“It’s not justice and transparency to move on and accept arbitration,” Gale says. “And it’s also not expedient. The city’s arguing ‘let’s just move on,’ but we don’t know how the judge is going to take it.”
Although he says that Seattle’s police accountability legislation is far from perfect, Gale considers the arbitration clause a further erosion of police oversight. “It’s not like we’re starting with a full bag of marbles,” he quips. “We already gave away some marbles and now we’re starting to give away even more.”
For the city’s part, all unionized city employees have the right to arbitration; arbitration was even included in the last SPMA contract that expired at the end of 2013. If anything, the clause is a new and improved version because these arbitration hearings would be open to the public, unlike most. The tentative agreement also stipulates that arbitrators will be selected from a list arranged in random order that is provided by the Federal Mediation and Conciliation Service, an independent federal agency that offers mediation services.
Warner wrote in an email to Seattle Weekly that the SPMA tentative agreement “… improves current arbitration practices by creating a system that will be open to the public and allows SPMA’s voluntary acceptance of the accountability legislation and body cameras. These are important steps forward in our reform process.”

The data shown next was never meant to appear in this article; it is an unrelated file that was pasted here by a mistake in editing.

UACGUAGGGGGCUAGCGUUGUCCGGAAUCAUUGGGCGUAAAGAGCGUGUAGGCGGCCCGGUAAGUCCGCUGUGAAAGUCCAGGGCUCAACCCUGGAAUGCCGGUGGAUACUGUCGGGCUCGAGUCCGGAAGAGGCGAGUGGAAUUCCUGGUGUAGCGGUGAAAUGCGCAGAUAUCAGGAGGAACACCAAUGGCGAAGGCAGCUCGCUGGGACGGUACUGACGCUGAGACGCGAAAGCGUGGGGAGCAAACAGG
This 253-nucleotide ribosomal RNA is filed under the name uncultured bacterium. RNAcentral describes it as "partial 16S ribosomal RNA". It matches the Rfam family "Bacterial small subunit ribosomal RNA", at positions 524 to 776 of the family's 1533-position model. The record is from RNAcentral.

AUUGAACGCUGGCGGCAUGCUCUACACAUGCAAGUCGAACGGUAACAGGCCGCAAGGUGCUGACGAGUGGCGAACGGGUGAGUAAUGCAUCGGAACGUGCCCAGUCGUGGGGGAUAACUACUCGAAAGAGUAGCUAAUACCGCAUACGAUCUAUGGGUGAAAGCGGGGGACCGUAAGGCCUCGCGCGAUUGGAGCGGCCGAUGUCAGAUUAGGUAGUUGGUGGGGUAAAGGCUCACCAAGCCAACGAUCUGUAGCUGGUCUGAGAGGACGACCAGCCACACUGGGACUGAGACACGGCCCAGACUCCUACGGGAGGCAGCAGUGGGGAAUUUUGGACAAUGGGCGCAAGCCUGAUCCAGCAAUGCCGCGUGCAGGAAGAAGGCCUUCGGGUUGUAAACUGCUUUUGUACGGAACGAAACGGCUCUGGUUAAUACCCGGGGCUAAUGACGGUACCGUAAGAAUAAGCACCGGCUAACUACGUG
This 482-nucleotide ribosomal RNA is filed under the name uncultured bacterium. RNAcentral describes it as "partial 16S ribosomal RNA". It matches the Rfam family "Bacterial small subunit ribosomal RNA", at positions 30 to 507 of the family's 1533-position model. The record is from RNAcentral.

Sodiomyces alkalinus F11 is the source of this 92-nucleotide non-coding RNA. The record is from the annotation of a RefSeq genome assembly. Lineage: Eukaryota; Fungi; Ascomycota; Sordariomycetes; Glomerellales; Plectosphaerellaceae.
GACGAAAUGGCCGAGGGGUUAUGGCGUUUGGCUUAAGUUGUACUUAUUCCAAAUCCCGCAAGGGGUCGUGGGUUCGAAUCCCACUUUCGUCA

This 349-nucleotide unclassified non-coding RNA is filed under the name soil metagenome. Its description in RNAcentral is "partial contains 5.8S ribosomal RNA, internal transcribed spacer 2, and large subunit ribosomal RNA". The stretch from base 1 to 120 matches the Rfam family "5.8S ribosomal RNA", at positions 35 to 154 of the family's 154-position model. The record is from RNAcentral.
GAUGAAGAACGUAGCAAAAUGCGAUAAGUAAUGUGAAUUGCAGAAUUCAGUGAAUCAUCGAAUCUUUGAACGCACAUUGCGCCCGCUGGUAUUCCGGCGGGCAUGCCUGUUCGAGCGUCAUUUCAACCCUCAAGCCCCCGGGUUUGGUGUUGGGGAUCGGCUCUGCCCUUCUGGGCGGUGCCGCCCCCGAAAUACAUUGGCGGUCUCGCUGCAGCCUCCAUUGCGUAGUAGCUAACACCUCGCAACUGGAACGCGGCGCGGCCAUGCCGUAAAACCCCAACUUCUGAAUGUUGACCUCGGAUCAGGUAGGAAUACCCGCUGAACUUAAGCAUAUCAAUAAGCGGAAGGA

But for Gale, the arbitration process shouldn’t be accepted simply because it’s the norm. “The issue is that this is common practice,” Gale says. “That’s why we have to stop it.” He adds that the SPMA agreement’s arbitration clause would set a precedent, allowing SPOG to propose something very similar—a proposal that he believes would contradict the progress made in the police accountability legislation.
The City Council was expected to act on the tentative agreement on Monday, but instead accepted González’s amendment to postpone the vote until November 13 to allow for more time to thoroughly review it.
During the public comment period of Monday’s City Council meeting, Gale and two other concerned community members requested that City Council open up a public hearing about SPMA’s tentative contract, as they felt left in the dark about key provisions.
Public comments concluded on Craig Schwartz, a longtime resident of Seattle. He told councilmembers that allowing an arbitration system in police misconduct appeals on fatal shooting cases would “really fly in the face of justice.”